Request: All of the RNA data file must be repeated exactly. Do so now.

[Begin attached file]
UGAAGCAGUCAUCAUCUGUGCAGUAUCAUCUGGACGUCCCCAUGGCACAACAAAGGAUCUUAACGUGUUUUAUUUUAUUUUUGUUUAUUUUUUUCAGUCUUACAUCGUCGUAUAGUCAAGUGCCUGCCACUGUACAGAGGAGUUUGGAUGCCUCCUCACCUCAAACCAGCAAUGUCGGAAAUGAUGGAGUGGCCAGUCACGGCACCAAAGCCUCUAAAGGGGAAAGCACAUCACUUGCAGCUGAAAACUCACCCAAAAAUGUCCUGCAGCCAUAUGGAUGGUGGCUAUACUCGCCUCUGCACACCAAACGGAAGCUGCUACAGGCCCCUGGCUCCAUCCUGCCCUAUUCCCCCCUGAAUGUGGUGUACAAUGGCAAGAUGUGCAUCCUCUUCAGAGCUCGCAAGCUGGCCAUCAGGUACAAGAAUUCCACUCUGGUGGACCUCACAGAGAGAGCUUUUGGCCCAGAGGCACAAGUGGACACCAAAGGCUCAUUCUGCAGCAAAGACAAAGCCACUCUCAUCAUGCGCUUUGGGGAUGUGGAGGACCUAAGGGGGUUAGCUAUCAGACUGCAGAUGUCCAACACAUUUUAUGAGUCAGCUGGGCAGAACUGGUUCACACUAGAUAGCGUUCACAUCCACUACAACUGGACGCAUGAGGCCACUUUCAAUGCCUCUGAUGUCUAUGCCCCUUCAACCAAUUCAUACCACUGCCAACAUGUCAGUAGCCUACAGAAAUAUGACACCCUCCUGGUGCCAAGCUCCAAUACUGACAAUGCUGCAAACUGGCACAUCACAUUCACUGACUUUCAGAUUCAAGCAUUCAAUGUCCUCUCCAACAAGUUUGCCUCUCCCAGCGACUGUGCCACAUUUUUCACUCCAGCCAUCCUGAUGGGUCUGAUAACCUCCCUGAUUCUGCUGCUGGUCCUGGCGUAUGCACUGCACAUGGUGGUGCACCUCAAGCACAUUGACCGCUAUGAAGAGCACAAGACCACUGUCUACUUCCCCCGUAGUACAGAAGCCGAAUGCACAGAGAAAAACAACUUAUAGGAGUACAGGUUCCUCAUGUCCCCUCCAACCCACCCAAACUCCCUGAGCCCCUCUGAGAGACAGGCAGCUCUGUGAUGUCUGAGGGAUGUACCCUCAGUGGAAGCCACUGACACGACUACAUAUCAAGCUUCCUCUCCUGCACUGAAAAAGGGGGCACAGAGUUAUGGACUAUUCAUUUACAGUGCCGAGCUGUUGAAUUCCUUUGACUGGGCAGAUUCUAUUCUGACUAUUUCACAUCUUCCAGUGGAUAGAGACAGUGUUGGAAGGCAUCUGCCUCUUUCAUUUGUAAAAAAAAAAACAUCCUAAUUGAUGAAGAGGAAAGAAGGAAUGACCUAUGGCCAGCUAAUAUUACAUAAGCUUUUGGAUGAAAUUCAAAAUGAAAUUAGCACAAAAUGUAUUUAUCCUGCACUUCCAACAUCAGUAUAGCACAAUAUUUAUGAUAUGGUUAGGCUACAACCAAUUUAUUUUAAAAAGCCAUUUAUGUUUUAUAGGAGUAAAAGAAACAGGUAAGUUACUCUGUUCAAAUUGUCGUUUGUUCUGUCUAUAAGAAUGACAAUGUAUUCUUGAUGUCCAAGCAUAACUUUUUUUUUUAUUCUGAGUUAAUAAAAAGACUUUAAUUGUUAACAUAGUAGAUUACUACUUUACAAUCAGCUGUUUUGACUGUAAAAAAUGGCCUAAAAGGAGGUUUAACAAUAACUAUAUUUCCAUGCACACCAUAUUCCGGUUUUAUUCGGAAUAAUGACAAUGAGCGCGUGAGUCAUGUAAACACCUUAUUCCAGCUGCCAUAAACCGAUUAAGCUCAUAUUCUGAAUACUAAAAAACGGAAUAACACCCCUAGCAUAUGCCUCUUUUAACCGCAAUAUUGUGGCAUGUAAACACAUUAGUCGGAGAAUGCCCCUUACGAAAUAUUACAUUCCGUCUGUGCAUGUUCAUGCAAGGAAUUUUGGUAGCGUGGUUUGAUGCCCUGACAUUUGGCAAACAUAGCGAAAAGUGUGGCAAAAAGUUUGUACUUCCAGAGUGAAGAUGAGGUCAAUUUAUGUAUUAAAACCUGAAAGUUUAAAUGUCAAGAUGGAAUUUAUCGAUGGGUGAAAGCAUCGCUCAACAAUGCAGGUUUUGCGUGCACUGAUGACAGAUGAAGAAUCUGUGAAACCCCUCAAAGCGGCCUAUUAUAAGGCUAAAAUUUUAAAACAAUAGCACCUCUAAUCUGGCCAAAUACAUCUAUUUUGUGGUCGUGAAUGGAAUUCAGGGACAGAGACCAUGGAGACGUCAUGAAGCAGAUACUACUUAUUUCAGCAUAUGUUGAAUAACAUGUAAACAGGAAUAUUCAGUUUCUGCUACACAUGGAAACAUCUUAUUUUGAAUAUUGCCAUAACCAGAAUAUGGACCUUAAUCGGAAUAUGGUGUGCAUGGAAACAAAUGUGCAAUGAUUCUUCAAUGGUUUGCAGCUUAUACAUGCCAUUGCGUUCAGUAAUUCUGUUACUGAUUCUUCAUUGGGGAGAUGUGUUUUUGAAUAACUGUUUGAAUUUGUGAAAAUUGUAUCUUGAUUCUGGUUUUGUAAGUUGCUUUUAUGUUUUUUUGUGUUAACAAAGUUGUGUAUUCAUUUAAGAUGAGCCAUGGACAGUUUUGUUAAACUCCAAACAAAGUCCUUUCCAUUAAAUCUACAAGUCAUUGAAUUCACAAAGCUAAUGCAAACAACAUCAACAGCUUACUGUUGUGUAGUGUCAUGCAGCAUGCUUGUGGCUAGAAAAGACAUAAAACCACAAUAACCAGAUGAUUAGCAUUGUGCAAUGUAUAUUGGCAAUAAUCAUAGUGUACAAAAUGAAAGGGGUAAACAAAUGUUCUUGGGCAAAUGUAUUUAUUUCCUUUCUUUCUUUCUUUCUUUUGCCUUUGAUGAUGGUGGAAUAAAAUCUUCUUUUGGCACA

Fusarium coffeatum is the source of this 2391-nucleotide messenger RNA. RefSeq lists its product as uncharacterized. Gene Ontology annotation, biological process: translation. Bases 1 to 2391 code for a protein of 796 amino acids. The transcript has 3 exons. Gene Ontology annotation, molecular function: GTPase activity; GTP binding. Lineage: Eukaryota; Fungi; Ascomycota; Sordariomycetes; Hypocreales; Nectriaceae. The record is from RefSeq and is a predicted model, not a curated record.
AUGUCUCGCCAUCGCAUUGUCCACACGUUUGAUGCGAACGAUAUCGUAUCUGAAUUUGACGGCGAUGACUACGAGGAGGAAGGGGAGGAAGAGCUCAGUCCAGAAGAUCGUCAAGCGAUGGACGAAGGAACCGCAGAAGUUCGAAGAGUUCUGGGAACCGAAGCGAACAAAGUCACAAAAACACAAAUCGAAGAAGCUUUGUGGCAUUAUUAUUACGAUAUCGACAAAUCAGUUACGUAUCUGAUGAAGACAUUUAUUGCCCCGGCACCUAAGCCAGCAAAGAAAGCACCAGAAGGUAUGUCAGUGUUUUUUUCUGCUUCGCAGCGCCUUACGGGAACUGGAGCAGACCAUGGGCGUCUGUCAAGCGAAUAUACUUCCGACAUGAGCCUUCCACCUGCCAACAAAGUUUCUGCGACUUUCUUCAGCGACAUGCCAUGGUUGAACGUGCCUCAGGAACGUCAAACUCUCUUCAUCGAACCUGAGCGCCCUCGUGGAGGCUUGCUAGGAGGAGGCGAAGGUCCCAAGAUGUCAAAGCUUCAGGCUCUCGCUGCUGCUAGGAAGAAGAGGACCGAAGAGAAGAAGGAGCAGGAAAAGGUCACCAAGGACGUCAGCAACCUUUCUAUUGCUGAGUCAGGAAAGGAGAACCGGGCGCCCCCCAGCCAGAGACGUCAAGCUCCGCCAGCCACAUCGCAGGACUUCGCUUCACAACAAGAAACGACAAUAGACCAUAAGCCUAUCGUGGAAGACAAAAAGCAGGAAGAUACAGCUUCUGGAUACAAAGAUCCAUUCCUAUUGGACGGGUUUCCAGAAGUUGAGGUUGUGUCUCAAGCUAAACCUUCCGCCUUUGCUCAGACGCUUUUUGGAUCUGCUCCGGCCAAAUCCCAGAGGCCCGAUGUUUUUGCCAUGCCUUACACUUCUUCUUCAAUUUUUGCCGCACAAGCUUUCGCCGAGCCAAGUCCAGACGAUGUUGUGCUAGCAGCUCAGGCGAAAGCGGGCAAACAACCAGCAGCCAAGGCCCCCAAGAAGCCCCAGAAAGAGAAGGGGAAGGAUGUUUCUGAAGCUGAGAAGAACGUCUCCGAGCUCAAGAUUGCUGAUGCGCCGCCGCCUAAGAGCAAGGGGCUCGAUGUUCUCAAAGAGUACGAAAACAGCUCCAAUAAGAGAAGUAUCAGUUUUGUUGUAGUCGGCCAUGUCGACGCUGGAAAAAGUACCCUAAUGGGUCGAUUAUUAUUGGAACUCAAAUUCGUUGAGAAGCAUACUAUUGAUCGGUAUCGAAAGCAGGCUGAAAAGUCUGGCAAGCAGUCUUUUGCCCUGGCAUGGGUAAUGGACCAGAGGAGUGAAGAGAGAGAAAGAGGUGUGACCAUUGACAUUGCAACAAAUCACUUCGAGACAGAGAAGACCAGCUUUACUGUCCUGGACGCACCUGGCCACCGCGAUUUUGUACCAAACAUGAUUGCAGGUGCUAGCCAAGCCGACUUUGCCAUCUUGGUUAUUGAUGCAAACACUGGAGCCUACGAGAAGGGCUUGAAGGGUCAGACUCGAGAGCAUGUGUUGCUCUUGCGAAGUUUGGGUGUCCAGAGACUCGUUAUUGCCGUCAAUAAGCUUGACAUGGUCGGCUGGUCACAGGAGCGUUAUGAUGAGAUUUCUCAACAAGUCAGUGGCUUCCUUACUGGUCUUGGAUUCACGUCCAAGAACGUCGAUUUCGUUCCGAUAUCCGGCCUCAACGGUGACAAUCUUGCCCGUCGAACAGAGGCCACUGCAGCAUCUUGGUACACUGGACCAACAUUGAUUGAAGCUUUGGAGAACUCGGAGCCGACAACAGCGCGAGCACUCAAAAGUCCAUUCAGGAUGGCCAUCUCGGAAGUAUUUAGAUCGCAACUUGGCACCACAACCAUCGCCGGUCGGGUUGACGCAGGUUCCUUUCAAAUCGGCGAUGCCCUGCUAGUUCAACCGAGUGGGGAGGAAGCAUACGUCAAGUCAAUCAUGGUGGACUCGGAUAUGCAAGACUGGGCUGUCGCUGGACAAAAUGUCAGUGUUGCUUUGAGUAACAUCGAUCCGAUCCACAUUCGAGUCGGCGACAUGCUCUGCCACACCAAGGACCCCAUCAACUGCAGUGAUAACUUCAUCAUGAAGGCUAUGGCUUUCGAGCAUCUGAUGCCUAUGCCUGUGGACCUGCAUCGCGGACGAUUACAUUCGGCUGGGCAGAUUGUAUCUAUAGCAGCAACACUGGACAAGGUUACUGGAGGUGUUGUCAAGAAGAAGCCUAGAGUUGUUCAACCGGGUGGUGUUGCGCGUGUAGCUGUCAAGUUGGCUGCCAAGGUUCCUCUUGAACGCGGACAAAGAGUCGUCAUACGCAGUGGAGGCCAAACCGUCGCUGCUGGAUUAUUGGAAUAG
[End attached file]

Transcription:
UGAAGCAGUCAUCAUCUGUGCAGUAUCAUCUGGACGUCCCCAUGGCACAACAAAGGAUCUUAACGUGUUUUAUUUUAUUUUUGUUUAUUUUUUUCAGUCUUACAUCGUCGUAUAGUCAAGUGCCUGCCACUGUACAGAGGAGUUUGGAUGCCUCCUCACCUCAAACCAGCAAUGUCGGAAAUGAUGGAGUGGCCAGUCACGGCACCAAAGCCUCUAAAGGGGAAAGCACAUCACUUGCAGCUGAAAACUCACCCAAAAAUGUCCUGCAGCCAUAUGGAUGGUGGCUAUACUCGCCUCUGCACACCAAACGGAAGCUGCUACAGGCCCCUGGCUCCAUCCUGCCCUAUUCCCCCCUGAAUGUGGUGUACAAUGGCAAGAUGUGCAUCCUCUUCAGAGCUCGCAAGCUGGCCAUCAGGUACAAGAAUUCCACUCUGGUGGACCUCACAGAGAGAGCUUUUGGCCCAGAGGCACAAGUGGACACCAAAGGCUCAUUCUGCAGCAAAGACAAAGCCACUCUCAUCAUGCGCUUUGGGGAUGUGGAGGACCUAAGGGGGUUAGCUAUCAGACUGCAGAUGUCCAACACAUUUUAUGAGUCAGCUGGGCAGAACUGGUUCACACUAGAUAGCGUUCACAUCCACUACAACUGGACGCAUGAGGCCACUUUCAAUGCCUCUGAUGUCUAUGCCCCUUCAACCAAUUCAUACCACUGCCAACAUGUCAGUAGCCUACAGAAAUAUGACACCCUCCUGGUGCCAAGCUCCAAUACUGACAAUGCUGCAAACUGGCACAUCACAUUCACUGACUUUCAGAUUCAAGCAUUCAAUGUCCUCUCCAACAAGUUUGCCUCUCCCAGCGACUGUGCCACAUUUUUCACUCCAGCCAUCCUGAUGGGUCUGAUAACCUCCCUGAUUCUGCUGCUGGUCCUGGCGUAUGCACUGCACAUGGUGGUGCACCUCAAGCACAUUGACCGCUAUGAAGAGCACAAGACCACUGUCUACUUCCCCCGUAGUACAGAAGCCGAAUGCACAGAGAAAAACAACUUAUAGGAGUACAGGUUCCUCAUGUCCCCUCCAACCCACCCAAACUCCCUGAGCCCCUCUGAGAGACAGGCAGCUCUGUGAUGUCUGAGGGAUGUACCCUCAGUGGAAGCCACUGACACGACUACAUAUCAAGCUUCCUCUCCUGCACUGAAAAAGGGGGCACAGAGUUAUGGACUAUUCAUUUACAGUGCCGAGCUGUUGAAUUCCUUUGACUGGGCAGAUUCUAUUCUGACUAUUUCACAUCUUCCAGUGGAUAGAGACAGUGUUGGAAGGCAUCUGCCUCUUUCAUUUGUAAAAAAAAAAACAUCCUAAUUGAUGAAGAGGAAAGAAGGAAUGACCUAUGGCCAGCUAAUAUUACAUAAGCUUUUGGAUGAAAUUCAAAAUGAAAUUAGCACAAAAUGUAUUUAUCCUGCACUUCCAACAUCAGUAUAGCACAAUAUUUAUGAUAUGGUUAGGCUACAACCAAUUUAUUUUAAAAAGCCAUUUAUGUUUUAUAGGAGUAAAAGAAACAGGUAAGUUACUCUGUUCAAAUUGUCGUUUGUUCUGUCUAUAAGAAUGACAAUGUAUUCUUGAUGUCCAAGCAUAACUUUUUUUUUUAUUCUGAGUUAAUAAAAAGACUUUAAUUGUUAACAUAGUAGAUUACUACUUUACAAUCAGCUGUUUUGACUGUAAAAAAUGGCCUAAAAGGAGGUUUAACAAUAACUAUAUUUCCAUGCACACCAUAUUCCGGUUUUAUUCGGAAUAAUGACAAUGAGCGCGUGAGUCAUGUAAACACCUUAUUCCAGCUGCCAUAAACCGAUUAAGCUCAUAUUCUGAAUACUAAAAAACGGAAUAACACCCCUAGCAUAUGCCUCUUUUAACCGCAAUAUUGUGGCAUGUAAACACAUUAGUCGGAGAAUGCCCCUUACGAAAUAUUACAUUCCGUCUGUGCAUGUUCAUGCAAGGAAUUUUGGUAGCGUGGUUUGAUGCCCUGACAUUUGGCAAACAUAGCGAAAAGUGUGGCAAAAAGUUUGUACUUCCAGAGUGAAGAUGAGGUCAAUUUAUGUAUUAAAACCUGAAAGUUUAAAUGUCAAGAUGGAAUUUAUCGAUGGGUGAAAGCAUCGCUCAACAAUGCAGGUUUUGCGUGCACUGAUGACAGAUGAAGAAUCUGUGAAACCCCUCAAAGCGGCCUAUUAUAAGGCUAAAAUUUUAAAACAAUAGCACCUCUAAUCUGGCCAAAUACAUCUAUUUUGUGGUCGUGAAUGGAAUUCAGGGACAGAGACCAUGGAGACGUCAUGAAGCAGAUACUACUUAUUUCAGCAUAUGUUGAAUAACAUGUAAACAGGAAUAUUCAGUUUCUGCUACACAUGGAAACAUCUUAUUUUGAAUAUUGCCAUAACCAGAAUAUGGACCUUAAUCGGAAUAUGGUGUGCAUGGAAACAAAUGUGCAAUGAUUCUUCAAUGGUUUGCAGCUUAUACAUGCCAUUGCGUUCAGUAAUUCUGUUACUGAUUCUUCAUUGGGGAGAUGUGUUUUUGAAUAACUGUUUGAAUUUGUGAAAAUUGUAUCUUGAUUCUGGUUUUGUAAGUUGCUUUUAUGUUUUUUUGUGUUAACAAAGUUGUGUAUUCAUUUAAGAUGAGCCAUGGACAGUUUUGUUAAACUCCAAACAAAGUCCUUUCCAUUAAAUCUACAAGUCAUUGAAUUCACAAAGCUAAUGCAAACAACAUCAACAGCUUACUGUUGUGUAGUGUCAUGCAGCAUGCUUGUGGCUAGAAAAGACAUAAAACCACAAUAACCAGAUGAUUAGCAUUGUGCAAUGUAUAUUGGCAAUAAUCAUAGUGUACAAAAUGAAAGGGGUAAACAAAUGUUCUUGGGCAAAUGUAUUUAUUUCCUUUCUUUCUUUCUUUCUUUUGCCUUUGAUGAUGGUGGAAUAAAAUCUUCUUUUGGCACA

Fusarium coffeatum is the source of this 2391-nucleotide messenger RNA. RefSeq lists its product as uncharacterized. Gene Ontology annotation, biological process: translation. Bases 1 to 2391 code for a protein of 796 amino acids. The transcript has 3 exons. Gene Ontology annotation, molecular function: GTPase activity; GTP binding. Lineage: Eukaryota; Fungi; Ascomycota; Sordariomycetes; Hypocreales; Nectriaceae. The record is from RefSeq and is a predicted model, not a curated record.
AUGUCUCGCCAUCGCAUUGUCCACACGUUUGAUGCGAACGAUAUCGUAUCUGAAUUUGACGGCGAUGACUACGAGGAGGAAGGGGAGGAAGAGCUCAGUCCAGAAGAUCGUCAAGCGAUGGACGAAGGAACCGCAGAAGUUCGAAGAGUUCUGGGAACCGAAGCGAACAAAGUCACAAAAACACAAAUCGAAGAAGCUUUGUGGCAUUAUUAUUACGAUAUCGACAAAUCAGUUACGUAUCUGAUGAAGACAUUUAUUGCCCCGGCACCUAAGCCAGCAAAGAAAGCACCAGAAGGUAUGUCAGUGUUUUUUUCUGCUUCGCAGCGCCUUACGGGAACUGGAGCAGACCAUGGGCGUCUGUCAAGCGAAUAUACUUCCGACAUGAGCCUUCCACCUGCCAACAAAGUUUCUGCGACUUUCUUCAGCGACAUGCCAUGGUUGAACGUGCCUCAGGAACGUCAAACUCUCUUCAUCGAACCUGAGCGCCCUCGUGGAGGCUUGCUAGGAGGAGGCGAAGGUCCCAAGAUGUCAAAGCUUCAGGCUCUCGCUGCUGCUAGGAAGAAGAGGACCGAAGAGAAGAAGGAGCAGGAAAAGGUCACCAAGGACGUCAGCAACCUUUCUAUUGCUGAGUCAGGAAAGGAGAACCGGGCGCCCCCCAGCCAGAGACGUCAAGCUCCGCCAGCCACAUCGCAGGACUUCGCUUCACAACAAGAAACGACAAUAGACCAUAAGCCUAUCGUGGAAGACAAAAAGCAGGAAGAUACAGCUUCUGGAUACAAAGAUCCAUUCCUAUUGGACGGGUUUCCAGAAGUUGAGGUUGUGUCUCAAGCUAAACCUUCCGCCUUUGCUCAGACGCUUUUUGGAUCUGCUCCGGCCAAAUCCCAGAGGCCCGAUGUUUUUGCCAUGCCUUACACUUCUUCUUCAAUUUUUGCCGCACAAGCUUUCGCCGAGCCAAGUCCAGACGAUGUUGUGCUAGCAGCUCAGGCGAAAGCGGGCAAACAACCAGCAGCCAAGGCCCCCAAGAAGCCCCAGAAAGAGAAGGGGAAGGAUGUUUCUGAAGCUGAGAAGAACGUCUCCGAGCUCAAGAUUGCUGAUGCGCCGCCGCCUAAGAGCAAGGGGCUCGAUGUUCUCAAAGAGUACGAAAACAGCUCCAAUAAGAGAAGUAUCAGUUUUGUUGUAGUCGGCCAUGUCGACGCUGGAAAAAGUACCCUAAUGGGUCGAUUAUUAUUGGAACUCAAAUUCGUUGAGAAGCAUACUAUUGAUCGGUAUCGAAAGCAGGCUGAAAAGUCUGGCAAGCAGUCUUUUGCCCUGGCAUGGGUAAUGGACCAGAGGAGUGAAGAGAGAGAAAGAGGUGUGACCAUUGACAUUGCAACAAAUCACUUCGAGACAGAGAAGACCAGCUUUACUGUCCUGGACGCACCUGGCCACCGCGAUUUUGUACCAAACAUGAUUGCAGGUGCUAGCCAAGCCGACUUUGCCAUCUUGGUUAUUGAUGCAAACACUGGAGCCUACGAGAAGGGCUUGAAGGGUCAGACUCGAGAGCAUGUGUUGCUCUUGCGAAGUUUGGGUGUCCAGAGACUCGUUAUUGCCGUCAAUAAGCUUGACAUGGUCGGCUGGUCACAGGAGCGUUAUGAUGAGAUUUCUCAACAAGUCAGUGGCUUCCUUACUGGUCUUGGAUUCACGUCCAAGAACGUCGAUUUCGUUCCGAUAUCCGGCCUCAACGGUGACAAUCUUGCCCGUCGAACAGAGGCCACUGCAGCAUCUUGGUACACUGGACCAACAUUGAUUGAAGCUUUGGAGAACUCGGAGCCGACAACAGCGCGAGCACUCAAAAGUCCAUUCAGGAUGGCCAUCUCGGAAGUAUUUAGAUCGCAACUUGGCACCACAACCAUCGCCGGUCGGGUUGACGCAGGUUCCUUUCAAAUCGGCGAUGCCCUGCUAGUUCAACCGAGUGGGGAGGAAGCAUACGUCAAGUCAAUCAUGGUGGACUCGGAUAUGCAAGACUGGGCUGUCGCUGGACAAAAUGUCAGUGUUGCUUUGAGUAACAUCGAUCCGAUCCACAUUCGAGUCGGCGACAUGCUCUGCCACACCAAGGACCCCAUCAACUGCAGUGAUAACUUCAUCAUGAAGGCUAUGGCUUUCGAGCAUCUGAUGCCUAUGCCUGUGGACCUGCAUCGCGGACGAUUACAUUCGGCUGGGCAGAUUGUAUCUAUAGCAGCAACACUGGACAAGGUUACUGGAGGUGUUGUCAAGAAGAAGCCUAGAGUUGUUCAACCGGGUGGUGUUGCGCGUGUAGCUGUCAAGUUGGCUGCCAAGGUUCCUCUUGAACGCGGACAAAGAGUCGUCAUACGCAGUGGAGGCCAAACCGUCGCUGCUGGAUUAUUGGAAUAG